Apis mellifera Linnaeus
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|Apis mellifera Linnaeus|
Description and distinguishing features.
Honeybees are larger than most wild bees in the islands (total length 11-13 mm in workers, 13-16 mm in males; wing length 9-10 mm in workers and 12-13,5 mm in males) but can be confused with some syrphid flies (e.g., Eristalis tenax ). They differ from superficially similar Megachile by their pollen-collecting mode: scopae on the legs (Fig. 10), not abdominal brushes.
Probably native to the Mediterranean region but kept by beekeepers in temperate regions worldwide for honey production.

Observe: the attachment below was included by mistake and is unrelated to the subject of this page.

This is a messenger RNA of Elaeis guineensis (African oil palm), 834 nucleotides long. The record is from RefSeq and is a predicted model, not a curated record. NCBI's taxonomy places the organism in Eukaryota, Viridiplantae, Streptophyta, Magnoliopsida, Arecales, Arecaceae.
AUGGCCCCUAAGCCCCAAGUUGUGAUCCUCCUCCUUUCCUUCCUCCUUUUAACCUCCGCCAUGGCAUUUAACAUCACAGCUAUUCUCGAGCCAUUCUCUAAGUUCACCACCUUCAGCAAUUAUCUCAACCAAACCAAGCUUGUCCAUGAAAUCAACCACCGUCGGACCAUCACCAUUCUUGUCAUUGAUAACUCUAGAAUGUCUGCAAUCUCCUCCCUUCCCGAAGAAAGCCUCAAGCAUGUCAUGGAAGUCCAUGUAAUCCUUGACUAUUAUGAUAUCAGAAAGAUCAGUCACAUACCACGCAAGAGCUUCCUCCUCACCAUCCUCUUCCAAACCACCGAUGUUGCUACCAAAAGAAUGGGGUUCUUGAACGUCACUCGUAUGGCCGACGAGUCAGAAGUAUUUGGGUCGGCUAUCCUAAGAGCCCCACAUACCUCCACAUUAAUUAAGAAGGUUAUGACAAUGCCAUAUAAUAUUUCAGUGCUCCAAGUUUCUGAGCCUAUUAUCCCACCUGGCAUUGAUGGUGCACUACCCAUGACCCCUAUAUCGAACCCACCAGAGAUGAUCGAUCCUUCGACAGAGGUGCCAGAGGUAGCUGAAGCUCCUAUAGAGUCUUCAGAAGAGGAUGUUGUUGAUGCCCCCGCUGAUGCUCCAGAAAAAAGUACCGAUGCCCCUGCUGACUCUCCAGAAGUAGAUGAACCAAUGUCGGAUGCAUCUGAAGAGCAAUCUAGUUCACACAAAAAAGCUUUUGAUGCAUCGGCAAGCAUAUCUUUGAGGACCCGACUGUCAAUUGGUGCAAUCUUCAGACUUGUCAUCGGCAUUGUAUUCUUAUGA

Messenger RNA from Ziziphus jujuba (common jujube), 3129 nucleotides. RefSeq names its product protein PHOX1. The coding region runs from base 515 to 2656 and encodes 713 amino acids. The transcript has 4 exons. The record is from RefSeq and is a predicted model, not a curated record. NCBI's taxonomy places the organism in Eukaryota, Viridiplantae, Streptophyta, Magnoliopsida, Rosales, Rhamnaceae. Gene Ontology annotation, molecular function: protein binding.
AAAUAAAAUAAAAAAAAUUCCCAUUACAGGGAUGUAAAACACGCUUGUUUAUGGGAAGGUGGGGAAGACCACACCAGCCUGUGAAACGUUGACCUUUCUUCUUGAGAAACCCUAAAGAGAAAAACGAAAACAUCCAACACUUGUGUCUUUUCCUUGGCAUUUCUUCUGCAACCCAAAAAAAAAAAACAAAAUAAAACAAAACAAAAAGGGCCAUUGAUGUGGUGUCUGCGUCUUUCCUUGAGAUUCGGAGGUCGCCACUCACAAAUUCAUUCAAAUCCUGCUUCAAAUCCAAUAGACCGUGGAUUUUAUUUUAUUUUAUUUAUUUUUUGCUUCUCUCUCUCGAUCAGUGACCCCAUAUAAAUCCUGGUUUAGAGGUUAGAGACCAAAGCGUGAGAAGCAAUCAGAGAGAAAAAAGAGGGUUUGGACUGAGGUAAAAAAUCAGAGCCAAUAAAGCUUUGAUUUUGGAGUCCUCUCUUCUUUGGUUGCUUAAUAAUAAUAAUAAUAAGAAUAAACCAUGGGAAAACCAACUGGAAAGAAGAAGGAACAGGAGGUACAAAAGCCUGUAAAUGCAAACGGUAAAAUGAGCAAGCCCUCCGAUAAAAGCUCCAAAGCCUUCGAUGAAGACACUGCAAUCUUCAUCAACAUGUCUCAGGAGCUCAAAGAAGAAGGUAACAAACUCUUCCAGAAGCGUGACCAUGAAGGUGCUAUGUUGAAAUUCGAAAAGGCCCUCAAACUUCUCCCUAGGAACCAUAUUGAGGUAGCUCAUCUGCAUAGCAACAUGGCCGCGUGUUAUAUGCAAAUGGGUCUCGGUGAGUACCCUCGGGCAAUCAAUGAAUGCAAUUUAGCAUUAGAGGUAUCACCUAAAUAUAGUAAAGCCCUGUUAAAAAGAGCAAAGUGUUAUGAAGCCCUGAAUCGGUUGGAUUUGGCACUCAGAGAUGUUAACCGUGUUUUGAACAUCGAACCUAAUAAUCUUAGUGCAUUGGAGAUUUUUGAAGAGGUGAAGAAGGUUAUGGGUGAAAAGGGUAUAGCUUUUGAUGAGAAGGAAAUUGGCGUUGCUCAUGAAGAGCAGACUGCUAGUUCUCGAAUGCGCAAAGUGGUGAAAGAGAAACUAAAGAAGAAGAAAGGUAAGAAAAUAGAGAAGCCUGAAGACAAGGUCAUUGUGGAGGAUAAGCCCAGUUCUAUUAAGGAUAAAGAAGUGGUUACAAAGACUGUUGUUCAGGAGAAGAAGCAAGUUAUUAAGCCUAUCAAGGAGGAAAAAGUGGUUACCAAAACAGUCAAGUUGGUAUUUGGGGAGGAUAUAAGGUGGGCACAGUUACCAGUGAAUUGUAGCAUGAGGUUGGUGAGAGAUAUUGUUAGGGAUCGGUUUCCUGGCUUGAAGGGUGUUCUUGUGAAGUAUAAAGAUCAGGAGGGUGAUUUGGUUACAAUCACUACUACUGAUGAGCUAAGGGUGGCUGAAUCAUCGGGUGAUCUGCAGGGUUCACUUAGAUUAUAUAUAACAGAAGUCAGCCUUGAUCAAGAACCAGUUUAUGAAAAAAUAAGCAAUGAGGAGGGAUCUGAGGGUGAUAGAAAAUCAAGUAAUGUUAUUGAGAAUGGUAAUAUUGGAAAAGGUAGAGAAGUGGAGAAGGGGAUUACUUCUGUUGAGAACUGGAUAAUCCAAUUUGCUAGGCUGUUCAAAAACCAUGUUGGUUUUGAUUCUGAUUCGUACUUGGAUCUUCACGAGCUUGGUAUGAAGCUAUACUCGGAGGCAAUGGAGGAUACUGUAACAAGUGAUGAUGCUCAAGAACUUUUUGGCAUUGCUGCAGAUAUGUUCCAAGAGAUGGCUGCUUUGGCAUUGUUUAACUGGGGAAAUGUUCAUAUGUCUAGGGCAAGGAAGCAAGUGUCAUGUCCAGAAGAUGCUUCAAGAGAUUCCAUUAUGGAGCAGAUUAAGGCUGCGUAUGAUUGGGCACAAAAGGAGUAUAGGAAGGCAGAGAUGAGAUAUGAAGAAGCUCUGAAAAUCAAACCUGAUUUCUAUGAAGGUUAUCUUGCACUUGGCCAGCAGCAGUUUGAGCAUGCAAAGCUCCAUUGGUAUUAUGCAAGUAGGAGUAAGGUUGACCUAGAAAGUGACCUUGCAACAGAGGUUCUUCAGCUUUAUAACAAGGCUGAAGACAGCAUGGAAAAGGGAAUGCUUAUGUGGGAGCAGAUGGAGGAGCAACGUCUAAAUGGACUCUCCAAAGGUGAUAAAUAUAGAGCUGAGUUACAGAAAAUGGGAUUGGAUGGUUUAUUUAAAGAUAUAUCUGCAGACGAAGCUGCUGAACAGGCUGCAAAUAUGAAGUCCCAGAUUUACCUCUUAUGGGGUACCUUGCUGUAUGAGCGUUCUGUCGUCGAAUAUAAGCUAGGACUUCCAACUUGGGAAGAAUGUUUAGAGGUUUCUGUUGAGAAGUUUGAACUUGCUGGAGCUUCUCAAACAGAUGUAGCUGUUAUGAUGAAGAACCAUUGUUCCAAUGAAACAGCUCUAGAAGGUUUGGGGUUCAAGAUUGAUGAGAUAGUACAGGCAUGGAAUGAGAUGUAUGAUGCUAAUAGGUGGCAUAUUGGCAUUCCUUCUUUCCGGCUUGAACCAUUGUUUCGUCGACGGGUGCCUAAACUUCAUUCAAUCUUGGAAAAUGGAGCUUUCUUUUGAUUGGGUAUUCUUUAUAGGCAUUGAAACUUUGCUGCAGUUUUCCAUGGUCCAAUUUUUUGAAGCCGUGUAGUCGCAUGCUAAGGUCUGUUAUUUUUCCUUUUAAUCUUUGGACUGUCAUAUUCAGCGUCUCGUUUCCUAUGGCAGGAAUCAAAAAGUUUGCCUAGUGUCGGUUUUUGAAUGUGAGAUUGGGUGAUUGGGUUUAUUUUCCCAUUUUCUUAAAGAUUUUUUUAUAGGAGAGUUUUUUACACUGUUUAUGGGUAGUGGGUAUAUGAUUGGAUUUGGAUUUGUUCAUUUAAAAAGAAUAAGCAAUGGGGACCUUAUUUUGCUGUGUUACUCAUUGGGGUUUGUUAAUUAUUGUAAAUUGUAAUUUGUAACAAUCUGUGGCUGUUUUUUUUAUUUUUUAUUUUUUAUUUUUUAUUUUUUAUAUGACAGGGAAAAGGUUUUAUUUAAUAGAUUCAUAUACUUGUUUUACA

Distribution in the Azores.
Apiculture is declining in the Azores (maybe as a result of accidental introduction of Varroa destructor mites) but honeybee colonies are still kept on all islands; in 2010, the number of bee colonies in the Azores was c. 3850, belonging to 255 beekeepers (source: Paulo Miranda at http://montedomel.blogspot.de).
16th century ( Frutuoso 2005); according to Marques (cited in Crane 1999: 219) "[b]eekeeping was started in 1554 ( …), the bees probably being taken there from Portugal."
Today, honeybees are not known to occur as escaped/feral bees in the archipelago but Drouët (1861) reported wild honeybees from São Miguel.
São Miguel (Furnas) and Terceira (Monte Brasil), August-September 1930, leg. L. Chopard, det. Benoist ( Benoist et al. 1936, not seen).
De la Rúa et al. (2006) analysed genetic diversity of Azorean honeybees and found a comparably low number of mitochondrial haplotypes, some of them shared with Madeiran honeybees, other probably recent introductions from the mainland.
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